Stocks are off to a tough start this year. The tech-heavy Nasdaq is already in a correction, a more than 10% drop. And if one the most influential hedge fund managers is to be believed, this could be only the beginning of a very painful time for investors.
Jeremy Grantham, co-founder and chief investment strategist of Grantham, Mayo, & van Otterloo (GMO) said in a report called “Let the Wild Rumpus Begin” that stocks are now in the midst of a “superbubble,” that it won’t end well. Grantham, who has been running the firm’s investments since it was started in 1977, was similarly bearish at market tops in 2000, and during the Great Financial Crisis of 2008.
“Good luck! We’ll all need it,” said Grantham, whose firm manages about $65 billion in assets. He noted that US stocks have experienced two such “superbubbles” before: 1929, a market fall that led to the Great Depression, and again in 2000, when the dot-com bubble burst. He also said the US housing market was a “superbubble” in 2006 and that the 1989 Japanese stock and housing markets were both “superbubbles.”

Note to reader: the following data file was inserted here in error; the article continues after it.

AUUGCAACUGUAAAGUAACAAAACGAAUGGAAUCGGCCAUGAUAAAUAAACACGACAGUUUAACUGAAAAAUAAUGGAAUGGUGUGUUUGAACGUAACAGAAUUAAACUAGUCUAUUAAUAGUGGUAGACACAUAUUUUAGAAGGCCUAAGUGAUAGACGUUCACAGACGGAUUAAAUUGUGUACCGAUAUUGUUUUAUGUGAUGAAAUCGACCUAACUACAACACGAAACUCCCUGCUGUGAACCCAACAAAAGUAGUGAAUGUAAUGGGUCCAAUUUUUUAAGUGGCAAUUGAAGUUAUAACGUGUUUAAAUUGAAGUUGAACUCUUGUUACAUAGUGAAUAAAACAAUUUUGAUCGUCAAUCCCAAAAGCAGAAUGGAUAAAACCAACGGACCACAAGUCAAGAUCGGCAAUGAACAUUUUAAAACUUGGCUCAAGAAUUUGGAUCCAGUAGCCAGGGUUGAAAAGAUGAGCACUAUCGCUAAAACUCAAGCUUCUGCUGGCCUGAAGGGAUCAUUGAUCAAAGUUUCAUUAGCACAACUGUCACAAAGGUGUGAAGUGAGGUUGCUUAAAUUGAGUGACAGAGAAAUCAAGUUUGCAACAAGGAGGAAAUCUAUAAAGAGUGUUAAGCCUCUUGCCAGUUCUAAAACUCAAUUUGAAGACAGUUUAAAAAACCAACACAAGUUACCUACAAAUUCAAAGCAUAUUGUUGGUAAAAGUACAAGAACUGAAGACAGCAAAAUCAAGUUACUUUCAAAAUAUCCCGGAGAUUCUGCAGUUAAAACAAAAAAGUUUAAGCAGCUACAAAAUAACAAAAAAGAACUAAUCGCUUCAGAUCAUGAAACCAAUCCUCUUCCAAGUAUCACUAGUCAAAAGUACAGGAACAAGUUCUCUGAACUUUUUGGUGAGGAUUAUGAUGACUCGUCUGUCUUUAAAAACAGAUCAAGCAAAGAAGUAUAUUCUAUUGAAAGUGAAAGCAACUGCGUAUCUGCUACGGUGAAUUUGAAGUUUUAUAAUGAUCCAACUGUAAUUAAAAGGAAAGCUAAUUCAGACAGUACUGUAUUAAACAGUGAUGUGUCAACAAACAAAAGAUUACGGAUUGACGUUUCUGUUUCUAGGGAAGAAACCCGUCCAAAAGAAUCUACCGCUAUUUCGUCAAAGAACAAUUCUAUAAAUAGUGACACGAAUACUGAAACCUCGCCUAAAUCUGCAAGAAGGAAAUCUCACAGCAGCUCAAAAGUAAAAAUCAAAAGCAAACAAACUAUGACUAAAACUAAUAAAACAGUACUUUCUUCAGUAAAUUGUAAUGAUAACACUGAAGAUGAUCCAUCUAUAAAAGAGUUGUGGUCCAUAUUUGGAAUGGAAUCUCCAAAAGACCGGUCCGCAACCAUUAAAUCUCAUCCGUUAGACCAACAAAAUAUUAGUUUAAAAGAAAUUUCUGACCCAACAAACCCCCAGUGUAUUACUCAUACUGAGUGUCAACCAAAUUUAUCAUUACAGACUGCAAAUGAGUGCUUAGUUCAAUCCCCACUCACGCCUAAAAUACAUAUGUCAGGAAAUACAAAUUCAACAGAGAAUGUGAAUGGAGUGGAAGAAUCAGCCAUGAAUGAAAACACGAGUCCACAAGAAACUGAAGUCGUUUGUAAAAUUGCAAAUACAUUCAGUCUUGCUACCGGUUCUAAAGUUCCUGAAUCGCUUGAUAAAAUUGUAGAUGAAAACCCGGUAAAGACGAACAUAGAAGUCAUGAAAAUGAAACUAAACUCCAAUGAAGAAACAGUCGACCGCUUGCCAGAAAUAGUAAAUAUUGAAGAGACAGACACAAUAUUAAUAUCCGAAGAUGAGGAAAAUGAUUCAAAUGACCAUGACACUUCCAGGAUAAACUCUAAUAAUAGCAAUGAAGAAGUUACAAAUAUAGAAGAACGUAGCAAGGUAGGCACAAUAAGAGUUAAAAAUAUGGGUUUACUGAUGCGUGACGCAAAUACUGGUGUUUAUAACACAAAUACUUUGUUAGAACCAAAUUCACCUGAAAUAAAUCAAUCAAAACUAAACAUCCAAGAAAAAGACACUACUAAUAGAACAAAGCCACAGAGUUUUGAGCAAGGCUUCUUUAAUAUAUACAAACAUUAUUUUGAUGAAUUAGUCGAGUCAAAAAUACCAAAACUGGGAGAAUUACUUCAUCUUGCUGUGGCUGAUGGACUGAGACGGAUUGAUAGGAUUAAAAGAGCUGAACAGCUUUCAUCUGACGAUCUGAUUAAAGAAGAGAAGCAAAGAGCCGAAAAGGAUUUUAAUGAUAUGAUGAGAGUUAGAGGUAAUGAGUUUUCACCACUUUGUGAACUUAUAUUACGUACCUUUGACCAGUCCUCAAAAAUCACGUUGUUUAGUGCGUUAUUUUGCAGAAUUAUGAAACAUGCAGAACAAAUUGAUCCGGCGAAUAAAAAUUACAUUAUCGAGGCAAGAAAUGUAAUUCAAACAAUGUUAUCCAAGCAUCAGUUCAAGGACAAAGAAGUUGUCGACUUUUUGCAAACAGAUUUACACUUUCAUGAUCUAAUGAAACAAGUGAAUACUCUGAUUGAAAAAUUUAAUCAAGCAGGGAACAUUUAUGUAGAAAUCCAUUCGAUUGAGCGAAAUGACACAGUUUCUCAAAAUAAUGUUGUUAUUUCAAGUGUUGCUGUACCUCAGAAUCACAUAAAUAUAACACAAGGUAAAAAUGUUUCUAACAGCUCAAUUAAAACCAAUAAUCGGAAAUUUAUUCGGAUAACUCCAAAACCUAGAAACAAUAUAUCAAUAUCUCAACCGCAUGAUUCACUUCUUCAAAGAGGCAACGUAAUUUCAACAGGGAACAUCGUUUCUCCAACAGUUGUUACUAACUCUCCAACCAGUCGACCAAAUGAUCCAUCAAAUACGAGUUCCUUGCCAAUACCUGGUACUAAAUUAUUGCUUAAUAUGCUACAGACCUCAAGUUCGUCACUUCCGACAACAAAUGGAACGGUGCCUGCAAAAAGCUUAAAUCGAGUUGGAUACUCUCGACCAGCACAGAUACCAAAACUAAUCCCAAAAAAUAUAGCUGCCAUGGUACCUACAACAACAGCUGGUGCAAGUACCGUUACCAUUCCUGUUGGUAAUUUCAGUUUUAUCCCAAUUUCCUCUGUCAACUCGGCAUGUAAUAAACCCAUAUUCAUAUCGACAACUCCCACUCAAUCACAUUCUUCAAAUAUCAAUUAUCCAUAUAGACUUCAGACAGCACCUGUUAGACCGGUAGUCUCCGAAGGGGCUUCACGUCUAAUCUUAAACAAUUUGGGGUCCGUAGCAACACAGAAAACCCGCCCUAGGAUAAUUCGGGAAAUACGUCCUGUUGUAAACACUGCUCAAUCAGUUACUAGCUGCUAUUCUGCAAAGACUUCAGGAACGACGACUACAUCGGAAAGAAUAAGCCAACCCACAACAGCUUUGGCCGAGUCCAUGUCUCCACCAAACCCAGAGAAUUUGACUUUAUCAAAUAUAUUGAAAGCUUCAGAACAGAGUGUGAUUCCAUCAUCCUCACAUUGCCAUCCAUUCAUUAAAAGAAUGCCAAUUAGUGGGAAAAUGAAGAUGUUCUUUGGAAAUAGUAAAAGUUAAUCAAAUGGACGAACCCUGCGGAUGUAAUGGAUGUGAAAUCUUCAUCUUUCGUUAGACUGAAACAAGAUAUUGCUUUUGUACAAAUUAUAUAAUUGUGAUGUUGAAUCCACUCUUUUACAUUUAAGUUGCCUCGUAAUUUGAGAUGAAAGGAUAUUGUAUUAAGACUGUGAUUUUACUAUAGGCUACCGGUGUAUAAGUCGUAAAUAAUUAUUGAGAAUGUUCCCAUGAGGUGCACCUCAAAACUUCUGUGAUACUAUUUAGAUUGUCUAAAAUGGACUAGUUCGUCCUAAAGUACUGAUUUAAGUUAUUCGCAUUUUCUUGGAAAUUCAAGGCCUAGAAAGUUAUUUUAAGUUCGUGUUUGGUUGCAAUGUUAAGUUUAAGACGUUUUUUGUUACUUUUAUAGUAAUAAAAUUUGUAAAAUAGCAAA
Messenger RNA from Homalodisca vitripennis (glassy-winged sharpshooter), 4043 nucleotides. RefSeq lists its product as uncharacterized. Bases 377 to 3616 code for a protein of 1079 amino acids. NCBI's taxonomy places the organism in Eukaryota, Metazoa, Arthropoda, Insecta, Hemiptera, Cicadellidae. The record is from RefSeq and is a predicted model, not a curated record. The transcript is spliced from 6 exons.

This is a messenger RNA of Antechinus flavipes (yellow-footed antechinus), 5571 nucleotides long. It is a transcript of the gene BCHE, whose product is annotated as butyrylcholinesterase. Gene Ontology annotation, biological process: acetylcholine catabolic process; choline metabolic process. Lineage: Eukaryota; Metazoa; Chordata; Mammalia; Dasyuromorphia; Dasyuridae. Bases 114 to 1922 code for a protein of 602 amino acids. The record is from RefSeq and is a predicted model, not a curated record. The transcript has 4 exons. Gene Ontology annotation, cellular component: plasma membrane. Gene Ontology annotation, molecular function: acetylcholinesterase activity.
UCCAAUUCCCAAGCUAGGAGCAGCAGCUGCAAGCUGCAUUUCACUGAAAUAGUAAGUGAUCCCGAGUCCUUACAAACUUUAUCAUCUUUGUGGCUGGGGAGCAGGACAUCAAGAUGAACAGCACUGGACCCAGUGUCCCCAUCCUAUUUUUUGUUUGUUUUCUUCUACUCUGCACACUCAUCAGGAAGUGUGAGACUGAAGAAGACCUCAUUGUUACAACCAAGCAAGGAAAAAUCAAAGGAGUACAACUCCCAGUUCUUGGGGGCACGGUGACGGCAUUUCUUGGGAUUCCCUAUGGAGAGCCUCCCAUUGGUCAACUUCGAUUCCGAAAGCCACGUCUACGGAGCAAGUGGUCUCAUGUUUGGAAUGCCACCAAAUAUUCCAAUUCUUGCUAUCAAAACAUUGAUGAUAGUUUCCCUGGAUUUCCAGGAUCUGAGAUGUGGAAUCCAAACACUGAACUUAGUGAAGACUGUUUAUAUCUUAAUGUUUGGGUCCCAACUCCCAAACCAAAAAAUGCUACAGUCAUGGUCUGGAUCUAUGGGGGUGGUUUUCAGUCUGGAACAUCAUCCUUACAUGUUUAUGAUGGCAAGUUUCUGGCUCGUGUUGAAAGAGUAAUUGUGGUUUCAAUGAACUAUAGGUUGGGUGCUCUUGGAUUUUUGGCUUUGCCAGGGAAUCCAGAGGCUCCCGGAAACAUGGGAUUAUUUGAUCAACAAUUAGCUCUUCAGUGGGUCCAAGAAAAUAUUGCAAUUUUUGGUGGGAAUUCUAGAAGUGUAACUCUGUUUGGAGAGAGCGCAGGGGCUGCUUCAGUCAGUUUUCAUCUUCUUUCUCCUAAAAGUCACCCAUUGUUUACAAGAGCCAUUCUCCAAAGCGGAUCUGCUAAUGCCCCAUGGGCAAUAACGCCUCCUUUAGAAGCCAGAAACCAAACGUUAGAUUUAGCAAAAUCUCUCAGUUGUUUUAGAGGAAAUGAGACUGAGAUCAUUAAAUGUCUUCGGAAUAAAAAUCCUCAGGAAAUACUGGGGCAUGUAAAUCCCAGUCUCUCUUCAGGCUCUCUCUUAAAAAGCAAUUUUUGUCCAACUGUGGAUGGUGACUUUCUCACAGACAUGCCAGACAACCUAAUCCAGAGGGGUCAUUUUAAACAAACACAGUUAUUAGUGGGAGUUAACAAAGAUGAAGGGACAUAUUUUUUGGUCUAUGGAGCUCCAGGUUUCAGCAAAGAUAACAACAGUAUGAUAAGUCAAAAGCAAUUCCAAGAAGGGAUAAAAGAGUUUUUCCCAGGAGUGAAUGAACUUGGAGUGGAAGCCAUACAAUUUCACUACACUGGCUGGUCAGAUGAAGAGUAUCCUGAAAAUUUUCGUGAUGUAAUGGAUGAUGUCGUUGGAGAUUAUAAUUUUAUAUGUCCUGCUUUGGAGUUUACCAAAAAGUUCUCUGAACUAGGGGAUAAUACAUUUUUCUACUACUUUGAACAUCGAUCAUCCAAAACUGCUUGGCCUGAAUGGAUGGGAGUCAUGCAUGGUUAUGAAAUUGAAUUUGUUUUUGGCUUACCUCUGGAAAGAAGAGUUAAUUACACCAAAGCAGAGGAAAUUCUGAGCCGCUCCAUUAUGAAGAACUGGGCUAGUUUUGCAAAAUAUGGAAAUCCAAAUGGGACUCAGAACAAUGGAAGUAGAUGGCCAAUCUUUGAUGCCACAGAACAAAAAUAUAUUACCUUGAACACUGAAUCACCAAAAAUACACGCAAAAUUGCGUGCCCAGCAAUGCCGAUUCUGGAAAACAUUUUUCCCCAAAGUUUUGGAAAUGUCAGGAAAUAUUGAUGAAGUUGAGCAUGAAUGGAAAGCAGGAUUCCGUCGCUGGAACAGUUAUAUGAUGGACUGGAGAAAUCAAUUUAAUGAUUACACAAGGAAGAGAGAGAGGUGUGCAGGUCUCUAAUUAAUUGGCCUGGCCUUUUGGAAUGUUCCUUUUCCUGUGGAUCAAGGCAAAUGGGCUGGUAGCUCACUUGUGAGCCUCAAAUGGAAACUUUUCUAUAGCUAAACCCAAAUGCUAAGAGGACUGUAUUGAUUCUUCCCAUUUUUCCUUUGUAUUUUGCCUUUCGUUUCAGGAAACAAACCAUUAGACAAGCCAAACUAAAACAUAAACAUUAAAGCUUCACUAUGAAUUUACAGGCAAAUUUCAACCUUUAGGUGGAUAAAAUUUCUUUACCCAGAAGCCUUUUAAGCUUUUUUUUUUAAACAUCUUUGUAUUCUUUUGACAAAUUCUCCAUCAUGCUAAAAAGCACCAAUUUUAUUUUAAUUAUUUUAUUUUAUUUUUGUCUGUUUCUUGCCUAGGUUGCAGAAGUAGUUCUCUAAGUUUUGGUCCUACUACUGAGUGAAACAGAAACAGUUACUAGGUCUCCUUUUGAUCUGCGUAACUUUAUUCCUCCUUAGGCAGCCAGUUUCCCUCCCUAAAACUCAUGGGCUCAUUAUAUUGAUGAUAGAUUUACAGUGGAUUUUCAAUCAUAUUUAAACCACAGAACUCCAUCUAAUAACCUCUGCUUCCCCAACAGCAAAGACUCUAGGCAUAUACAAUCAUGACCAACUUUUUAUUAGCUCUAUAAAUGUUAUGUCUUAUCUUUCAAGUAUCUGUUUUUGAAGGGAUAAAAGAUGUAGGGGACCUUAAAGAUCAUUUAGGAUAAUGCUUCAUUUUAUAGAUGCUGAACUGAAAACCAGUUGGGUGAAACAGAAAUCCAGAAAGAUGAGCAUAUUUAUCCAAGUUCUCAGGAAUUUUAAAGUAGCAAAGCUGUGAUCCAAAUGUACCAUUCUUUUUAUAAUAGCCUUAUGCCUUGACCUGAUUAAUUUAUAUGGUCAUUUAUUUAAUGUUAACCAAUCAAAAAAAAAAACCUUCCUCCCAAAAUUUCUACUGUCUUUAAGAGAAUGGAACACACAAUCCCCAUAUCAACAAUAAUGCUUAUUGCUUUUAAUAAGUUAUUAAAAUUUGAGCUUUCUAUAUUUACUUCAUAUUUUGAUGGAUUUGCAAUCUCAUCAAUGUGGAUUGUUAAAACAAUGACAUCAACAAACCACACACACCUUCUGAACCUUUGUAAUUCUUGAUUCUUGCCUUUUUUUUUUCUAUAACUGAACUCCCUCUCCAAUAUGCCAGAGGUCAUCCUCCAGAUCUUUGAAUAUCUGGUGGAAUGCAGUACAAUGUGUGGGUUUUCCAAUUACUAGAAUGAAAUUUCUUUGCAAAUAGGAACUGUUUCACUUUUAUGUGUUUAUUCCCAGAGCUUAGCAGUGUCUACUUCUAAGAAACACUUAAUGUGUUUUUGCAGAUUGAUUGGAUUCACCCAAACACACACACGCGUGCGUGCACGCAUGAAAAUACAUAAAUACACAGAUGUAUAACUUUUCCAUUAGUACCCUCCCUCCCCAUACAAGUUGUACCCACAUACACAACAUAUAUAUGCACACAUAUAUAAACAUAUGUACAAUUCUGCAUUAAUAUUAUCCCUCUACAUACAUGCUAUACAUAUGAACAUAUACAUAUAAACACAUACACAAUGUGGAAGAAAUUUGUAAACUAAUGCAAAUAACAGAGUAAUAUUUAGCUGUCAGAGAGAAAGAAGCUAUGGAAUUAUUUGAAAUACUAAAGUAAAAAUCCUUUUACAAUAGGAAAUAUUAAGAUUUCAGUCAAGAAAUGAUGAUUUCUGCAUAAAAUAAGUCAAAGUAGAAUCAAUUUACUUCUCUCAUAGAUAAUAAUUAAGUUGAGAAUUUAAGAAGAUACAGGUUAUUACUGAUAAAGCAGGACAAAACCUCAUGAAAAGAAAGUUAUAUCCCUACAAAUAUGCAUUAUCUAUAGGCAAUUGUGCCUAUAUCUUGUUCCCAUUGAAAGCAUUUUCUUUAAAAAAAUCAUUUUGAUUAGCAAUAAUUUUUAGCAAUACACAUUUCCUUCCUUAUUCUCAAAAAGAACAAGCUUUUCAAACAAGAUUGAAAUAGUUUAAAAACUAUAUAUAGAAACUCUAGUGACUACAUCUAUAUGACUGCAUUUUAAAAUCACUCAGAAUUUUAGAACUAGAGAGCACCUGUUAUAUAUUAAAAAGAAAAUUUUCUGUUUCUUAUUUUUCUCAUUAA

“All five of these superbubbles corrected all the way back to trend with much greater and longer pain than average,” Grantham wrote. Many investors don’t want to believe that the stock market is overdue for a broader pullback, Grantham argues, especially since the market fell into bear territory — albeit briefly — in March 2020 at the pandemic’s start.